Jamaica won six straight matches all ending inside three days during the preliminary stage of the competition.
However, the Jamaicans were knocked out in the semi-finals after succumbing to a three wicket loss to the struggling Trinidad and Tobago at Sabina Park.
"Against Trinidad it is pretty obvious...we didn't make as many runs as we could have in that second innings. After getting a lead of about 70 (runs) we needed to consolidate and get a decent total” said Miller.
"If we had gotten anything close to what we got in the first innings (246 runs), we would have won the game easily”.
Jamaica team manager Donovan Senior said the frail top-order batting left the lower-order players with too much work to often.
"We just didn't make enough runs..,” Senior told the Jamaica Observer.
“The lower order batting usually comes good, but it didn't happen in this game (versus T&T)”.
Chairman of selectors Courtney Daley says the batting was the major flop and says Miller should have been brought into the attack earlier to partner the rampaging Bernard.
"The batting wasn't good at all and that caused it (the loss) ... We were always behind the eighth ball throughout the tournament,” said Daley.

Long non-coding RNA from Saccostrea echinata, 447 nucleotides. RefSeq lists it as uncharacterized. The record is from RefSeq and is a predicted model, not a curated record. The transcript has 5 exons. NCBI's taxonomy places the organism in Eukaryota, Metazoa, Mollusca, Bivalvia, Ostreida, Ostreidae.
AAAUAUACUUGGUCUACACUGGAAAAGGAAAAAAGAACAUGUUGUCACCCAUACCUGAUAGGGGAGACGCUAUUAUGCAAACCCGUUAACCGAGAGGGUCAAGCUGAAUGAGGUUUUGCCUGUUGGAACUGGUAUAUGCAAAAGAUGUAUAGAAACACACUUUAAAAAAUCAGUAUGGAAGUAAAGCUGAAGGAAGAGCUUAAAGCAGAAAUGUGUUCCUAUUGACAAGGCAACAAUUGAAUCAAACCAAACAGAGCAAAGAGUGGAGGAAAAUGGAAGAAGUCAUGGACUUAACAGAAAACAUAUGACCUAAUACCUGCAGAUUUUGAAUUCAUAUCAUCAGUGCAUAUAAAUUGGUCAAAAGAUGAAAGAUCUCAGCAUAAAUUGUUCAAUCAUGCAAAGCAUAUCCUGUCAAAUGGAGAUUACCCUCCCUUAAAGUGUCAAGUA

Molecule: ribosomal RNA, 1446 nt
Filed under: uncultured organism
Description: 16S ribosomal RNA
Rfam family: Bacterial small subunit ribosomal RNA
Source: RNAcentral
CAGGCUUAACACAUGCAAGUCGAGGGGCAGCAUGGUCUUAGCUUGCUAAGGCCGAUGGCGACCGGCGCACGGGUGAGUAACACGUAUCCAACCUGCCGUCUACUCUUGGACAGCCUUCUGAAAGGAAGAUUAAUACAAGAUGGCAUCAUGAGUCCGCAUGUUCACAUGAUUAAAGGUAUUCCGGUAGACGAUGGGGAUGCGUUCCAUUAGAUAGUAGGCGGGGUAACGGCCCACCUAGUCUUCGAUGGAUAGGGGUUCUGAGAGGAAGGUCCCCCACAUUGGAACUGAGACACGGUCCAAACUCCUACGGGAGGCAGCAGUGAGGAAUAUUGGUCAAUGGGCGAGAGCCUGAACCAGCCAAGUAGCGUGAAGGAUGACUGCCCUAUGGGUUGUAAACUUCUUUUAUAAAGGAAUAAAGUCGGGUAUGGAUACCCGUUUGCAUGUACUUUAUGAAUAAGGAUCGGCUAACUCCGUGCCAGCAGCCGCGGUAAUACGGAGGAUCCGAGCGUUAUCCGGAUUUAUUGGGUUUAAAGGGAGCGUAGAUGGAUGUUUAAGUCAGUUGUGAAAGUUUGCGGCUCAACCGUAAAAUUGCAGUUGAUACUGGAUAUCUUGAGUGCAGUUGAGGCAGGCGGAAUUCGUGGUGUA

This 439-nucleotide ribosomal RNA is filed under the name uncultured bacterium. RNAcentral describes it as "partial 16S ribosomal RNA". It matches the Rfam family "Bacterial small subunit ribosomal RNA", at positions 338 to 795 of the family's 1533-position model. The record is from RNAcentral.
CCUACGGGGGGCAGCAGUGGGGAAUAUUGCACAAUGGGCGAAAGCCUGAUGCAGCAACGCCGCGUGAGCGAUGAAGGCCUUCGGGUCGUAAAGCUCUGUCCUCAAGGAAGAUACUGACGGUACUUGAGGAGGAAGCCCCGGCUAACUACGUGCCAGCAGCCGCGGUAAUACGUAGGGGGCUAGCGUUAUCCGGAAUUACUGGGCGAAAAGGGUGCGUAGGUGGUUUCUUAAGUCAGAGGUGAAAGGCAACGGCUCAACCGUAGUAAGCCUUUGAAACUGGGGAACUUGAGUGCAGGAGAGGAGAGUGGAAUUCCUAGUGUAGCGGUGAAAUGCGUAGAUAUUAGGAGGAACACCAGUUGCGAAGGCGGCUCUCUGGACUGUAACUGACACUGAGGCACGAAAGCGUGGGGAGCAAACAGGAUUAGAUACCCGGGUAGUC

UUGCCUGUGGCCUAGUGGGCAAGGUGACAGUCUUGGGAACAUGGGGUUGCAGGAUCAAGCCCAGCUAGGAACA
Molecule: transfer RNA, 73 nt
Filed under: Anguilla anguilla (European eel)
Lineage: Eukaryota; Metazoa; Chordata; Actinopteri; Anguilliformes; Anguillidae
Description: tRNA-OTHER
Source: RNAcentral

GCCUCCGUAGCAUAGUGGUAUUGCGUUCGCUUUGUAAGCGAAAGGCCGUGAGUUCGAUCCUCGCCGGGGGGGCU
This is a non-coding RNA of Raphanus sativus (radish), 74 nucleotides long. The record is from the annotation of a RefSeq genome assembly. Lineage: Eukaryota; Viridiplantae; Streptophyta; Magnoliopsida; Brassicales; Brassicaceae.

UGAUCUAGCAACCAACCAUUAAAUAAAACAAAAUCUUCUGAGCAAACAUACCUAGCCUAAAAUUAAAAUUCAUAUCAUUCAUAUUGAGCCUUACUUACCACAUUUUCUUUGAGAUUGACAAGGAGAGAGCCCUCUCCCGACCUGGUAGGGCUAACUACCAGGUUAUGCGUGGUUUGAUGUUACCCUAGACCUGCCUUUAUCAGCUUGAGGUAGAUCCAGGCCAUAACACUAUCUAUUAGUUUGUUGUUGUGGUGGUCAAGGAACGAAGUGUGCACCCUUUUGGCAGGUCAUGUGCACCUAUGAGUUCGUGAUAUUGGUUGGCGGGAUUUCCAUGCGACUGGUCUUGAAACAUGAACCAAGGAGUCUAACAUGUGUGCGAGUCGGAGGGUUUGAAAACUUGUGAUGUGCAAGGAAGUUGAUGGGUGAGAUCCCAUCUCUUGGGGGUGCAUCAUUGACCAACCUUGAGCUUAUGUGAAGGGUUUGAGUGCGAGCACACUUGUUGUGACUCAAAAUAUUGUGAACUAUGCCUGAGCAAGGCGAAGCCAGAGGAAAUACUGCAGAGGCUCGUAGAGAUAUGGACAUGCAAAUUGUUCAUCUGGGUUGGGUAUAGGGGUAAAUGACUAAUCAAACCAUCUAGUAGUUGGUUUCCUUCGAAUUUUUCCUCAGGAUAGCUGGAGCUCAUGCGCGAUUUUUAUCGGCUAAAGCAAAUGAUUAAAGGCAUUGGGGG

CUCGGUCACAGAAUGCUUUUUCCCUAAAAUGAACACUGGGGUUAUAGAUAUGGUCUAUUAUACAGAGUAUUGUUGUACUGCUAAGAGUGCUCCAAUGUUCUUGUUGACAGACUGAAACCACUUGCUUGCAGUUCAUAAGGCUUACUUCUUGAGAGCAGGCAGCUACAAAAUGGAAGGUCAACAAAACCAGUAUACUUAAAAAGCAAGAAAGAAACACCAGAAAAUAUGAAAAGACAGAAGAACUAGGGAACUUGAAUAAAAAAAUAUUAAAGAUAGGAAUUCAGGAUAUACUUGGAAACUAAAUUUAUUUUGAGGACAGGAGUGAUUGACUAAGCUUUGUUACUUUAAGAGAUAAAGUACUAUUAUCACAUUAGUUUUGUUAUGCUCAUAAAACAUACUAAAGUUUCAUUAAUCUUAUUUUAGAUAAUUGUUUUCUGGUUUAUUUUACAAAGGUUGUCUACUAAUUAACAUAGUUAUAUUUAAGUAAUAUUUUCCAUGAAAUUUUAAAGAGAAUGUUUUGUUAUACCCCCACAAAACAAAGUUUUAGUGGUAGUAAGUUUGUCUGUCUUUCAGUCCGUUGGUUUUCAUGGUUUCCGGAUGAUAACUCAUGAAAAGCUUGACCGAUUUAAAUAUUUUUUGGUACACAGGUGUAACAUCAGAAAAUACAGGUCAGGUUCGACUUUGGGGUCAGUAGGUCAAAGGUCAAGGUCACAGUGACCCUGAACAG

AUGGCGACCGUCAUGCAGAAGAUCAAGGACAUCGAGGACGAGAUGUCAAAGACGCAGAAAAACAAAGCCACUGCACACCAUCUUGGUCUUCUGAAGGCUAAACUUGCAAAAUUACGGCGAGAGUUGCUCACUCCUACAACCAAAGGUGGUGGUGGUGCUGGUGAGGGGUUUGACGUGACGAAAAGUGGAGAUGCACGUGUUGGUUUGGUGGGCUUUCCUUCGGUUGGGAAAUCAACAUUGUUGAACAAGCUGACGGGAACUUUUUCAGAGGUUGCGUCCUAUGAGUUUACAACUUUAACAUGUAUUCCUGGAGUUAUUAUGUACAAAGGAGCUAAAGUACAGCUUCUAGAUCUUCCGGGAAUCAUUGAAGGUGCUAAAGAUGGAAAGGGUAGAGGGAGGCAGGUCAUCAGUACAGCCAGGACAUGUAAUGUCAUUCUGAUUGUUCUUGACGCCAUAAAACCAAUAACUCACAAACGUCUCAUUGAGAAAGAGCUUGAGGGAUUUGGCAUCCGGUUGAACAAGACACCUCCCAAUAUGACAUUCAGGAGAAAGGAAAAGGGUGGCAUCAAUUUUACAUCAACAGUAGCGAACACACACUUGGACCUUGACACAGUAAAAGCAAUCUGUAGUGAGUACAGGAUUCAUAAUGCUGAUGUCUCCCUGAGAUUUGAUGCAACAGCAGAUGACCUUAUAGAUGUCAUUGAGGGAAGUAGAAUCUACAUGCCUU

"But I think that possibly if we had done differently with the use of the bowlers we could have come out better”.
Jamaica also missed out on retaining the Regional Super50 title, after a semi-final defeat to the eventually winners Windward Islands last month.
Monday, 13 May 2013 13:34
Captain Kirk Edwards says Barbados was able to achieve championship success in regional four-day cricket this year because of team unity and hard work.
The Bajans were crowned new champions after demolishing Trinidad and Tobago by an innings and 22 runs in the final at Kensington Oval on Saturday.
Barbados has been presented with the Headley-Weekes trophy, symbol of regional first-class cricket supremacy, after ending Jamaica’s dominance which ran for five consecutive years.
“For our success, it is just playing together. It was a good team effort. When one guy does not come well, the other guy tends to put up his hand and come well, so we play as a unit and we tend to work together,” said Edwards.